Leading up to what could be yet another in a long run of reported triple-digit storage injections from the Energy Information Administration (EIA), natural gas futures were trading slightly higher early Thursday. The August Nymex futures contract was up 2.3 cents to $2.291/MMBtu shortly after 8:30 a.m. ET.

EIA storage data has continued to paint a bearish supply picture, as inventories have shifted to a more than 200 Bcf year/year surplus and closed the gap on the five-year average to only 199 Bcf from more than 500 Bcf at the start of injections in March.

Estimates for this week’s storage report, set for release at 10:30 a.m. ET, have ranged from a 90 Bcf injection to a 113 Bcf build, according to major surveys. A Bloomberg survey of 12 market participants had a median injection of 100 Bcf, as did a Reuters poll, which had 19 respondents. NGI projected a 103 Bcf build, while Intercontinental Exchange EIA Financial Weekly Index futures settled Wednesday at 97 Bcf.

Last year, the EIA recorded a 71 Bcf injection for the similar week, while the five-year average stands at 70 Bcf.

“It was cooler than normal over much of the interior” during this week’s storage report period, “while very warm to hot across the West Coast, far southern U.S. and East,” NatGasWeather said. “Our algorithm favors a build of 98 Bcf.”

As for the overnight guidance, the forecaster said all models trended hotter outside of the European model, which had already been hotter than the rest of the data.

“Where demand was added was July 3-7 by seeing a hotter ridge dominate a greater portion of the U.S.,” NatGasWeather said. “But the data still isn’t quite hot enough for July 8-11.

“However, the data has been steadily adding demand over time and could easily trend hotter for this important period as upper ridges often are stronger and last longer than the weather models initially predict this time of the year. As such, if the markets wanted to use hotter trends as an excuse to add to gains, they certainly could.”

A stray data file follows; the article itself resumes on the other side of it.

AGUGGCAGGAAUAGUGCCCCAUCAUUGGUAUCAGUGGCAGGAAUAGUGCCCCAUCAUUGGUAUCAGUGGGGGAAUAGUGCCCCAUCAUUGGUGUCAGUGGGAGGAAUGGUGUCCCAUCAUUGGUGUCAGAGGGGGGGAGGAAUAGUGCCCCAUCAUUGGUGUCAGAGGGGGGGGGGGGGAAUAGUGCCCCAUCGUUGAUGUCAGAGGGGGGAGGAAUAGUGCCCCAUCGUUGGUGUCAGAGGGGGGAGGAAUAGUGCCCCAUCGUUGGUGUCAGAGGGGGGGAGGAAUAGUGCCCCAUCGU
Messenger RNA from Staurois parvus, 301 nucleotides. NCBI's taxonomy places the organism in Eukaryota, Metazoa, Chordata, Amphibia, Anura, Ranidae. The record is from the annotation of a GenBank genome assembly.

Genscape Inc. modeling pointed to a 100 Bcf injection for this week’s report, a number that, if confirmed, would come in more than 0.5 Bcf/d looser than the five-year average. The supply and demand model showed production for the storage week averaging 88.4 Bcf/d, up about 0.2 Bcf/d week/week, while Canadian imports dropped about 0.5 Bcf/d to average 4.3 Bcf/d.

“On the demand side, total demand including net exports averaged 79 Bcf/d, about 1 Bcf/d greater than the prior week,” Genscape senior natural gas analyst Rick Margolin said, noting that the increases were driven by power burns, along with exports to Mexico and via liquefied natural gas (LNG) facilities.

“Power burns averaged 32.6 Bcf/d, a 1 Bcf/d weekly increase,” he said. “Exports to Mexico increased 0.2 Bcf/d to average 5.4 Bcf/d with the startup of linepack deliveries to Mexico’s new Sur de Texas system and testing on systems connecting to West Texas. LNG feed gas increased 0.2 Bcf/d to average 5.5 Bcf/d with Cameron operations throttling up.”

August crude oil futures were off 45 cents to $58.93/bbl shortly after 8:30 a.m. ET, while July RBOB gasoline was down about 3.4 cents to $1.9360/gal.